Lovewell: A Theology - Day 9

DAY 9
John 13:34
34 So now I am giving you a new commandment: Love each other. Just as I have loved you, you should love each other.


What does authentic love look like to you? 

A discipling relationship with God and other people is a relationship where we are honest with one another, we cherish one another, and we speak words of truth over one another and into each other’s lives. Without this kind of honesty, are we really in relationships at all? 

If Crosswalk is to be a community where people are living in authentic relationships with one another and with God, then it stands to reason that we must be people who are willing to love in ways that are not always comfortable, but are truthful. This can be particularly dangerous when we don’t have the trust that it requires.

What does it take to build trust? 

I think trust has a few ingredients that must be present in order for it to grow. Here are the ones that I think are important: 

  1. Intention. We must trust the intention of the other person. With God it is easy, in that we have a myriad of examples of God wanting what is best for us. But with one another, it can be more difficult. If we do not trust the intention of the other person in the relationship it is difficult to really be authentic. 
  2. Listening. To have authentic relationships built on trust, we have to learn how to listen to the other person. That means really listening, not just listening to respond. It means that we have to stop our priorities and listen to hear theirs. Are you a good listener? 
  3. Honesty. Honesty is something that goes both ways. It goes forward by the one speaking, but it is received by the one listening. If we are honest with ourselves, with God and with others, we begin to really build trust. 
  4. Boundaries. These are important for authentic relationships as well. Without knowing your boundaries, you might get taken advantage of, but if you don’t understand other’s boundaries, you might be taking advantage of them, even if you didn’t mean to or plan to. 
  5. Service. This may sound strange, but when we take a position that we will serve those around us, we can build that trust, as others begin to know that you don’t have other plans or agenda’s other than serving the person with whom you are building relationships.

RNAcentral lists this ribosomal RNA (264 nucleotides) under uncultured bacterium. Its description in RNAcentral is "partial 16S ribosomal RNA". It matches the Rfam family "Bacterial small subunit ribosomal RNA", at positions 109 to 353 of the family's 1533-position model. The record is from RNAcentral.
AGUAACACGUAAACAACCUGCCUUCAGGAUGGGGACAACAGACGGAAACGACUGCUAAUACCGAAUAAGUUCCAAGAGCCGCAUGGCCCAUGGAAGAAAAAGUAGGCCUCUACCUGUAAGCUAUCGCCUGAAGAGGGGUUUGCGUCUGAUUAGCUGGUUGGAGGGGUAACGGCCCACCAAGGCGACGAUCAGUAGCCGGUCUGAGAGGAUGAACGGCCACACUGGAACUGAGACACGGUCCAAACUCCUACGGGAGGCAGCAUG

6. Reciprocity. Relationships go both ways, you shouldn’t always be the one listening, but you also shouldn’t be the only one speaking. A reciprocal relationship is important for trust. 

This text tells us that love is reciprocal. How are you finding reciprocity in your authentic relationships? And how is there reciprocity with God and the relationship you have with the Creator of the Universe?

  1. Who are your best friends? 
  2. What words would you use to describe your relationship with them? 
  3. How many more of those relationships are you interested in maintaining? 
  4. What makes you trust someone? 
  5. How quickly is trust built? 
  6. What can you do in order to build trust with those around you? 
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Steve Michel - January 9th, 2023 at 11:55am

My best friend is my wife but we had not really been honest and open in our communication for sometime, and the tensions were building. out of desperation, I reached into my little education about communication and we sat down and I asked her what was she feeling? I determined not to say a word, while she was speaking, but listened, wrote down what she said and ask her if that was if that was what she said. I waited for her to say yes that’s what I said. It was the hardest thing not to comment or argue with her as she was speaking. After about an hour, she was done. Then I politely asked her if she could do the same thing for me. She at first was hesitant to do the same, but I finally got her to agree. as I was pouring out my frustrations and anger and my pain, and she was reflecting back to me what I said in writing it down it was very liberating like as if I was being born again, liberated from prison, house of anger, fear, resentment, and a deep loneliness of being not heard. It was not easy, but it had great reward. After we got finished with our active listening, she commented that “wow I guess we are equal in our frustration and anger. “ She and I have forgiven and are at peace. I wonder sometimes, if for loneliness is like a lost person in the universe of our minds, because we have as many neurons in there as our stars in the heavens. I reached out to my wife’s universe and her isolation and we made a connection between our two vastly spacious minds, and held each other’s hands in the darkness of our fear, and we found connection and we’re one again.

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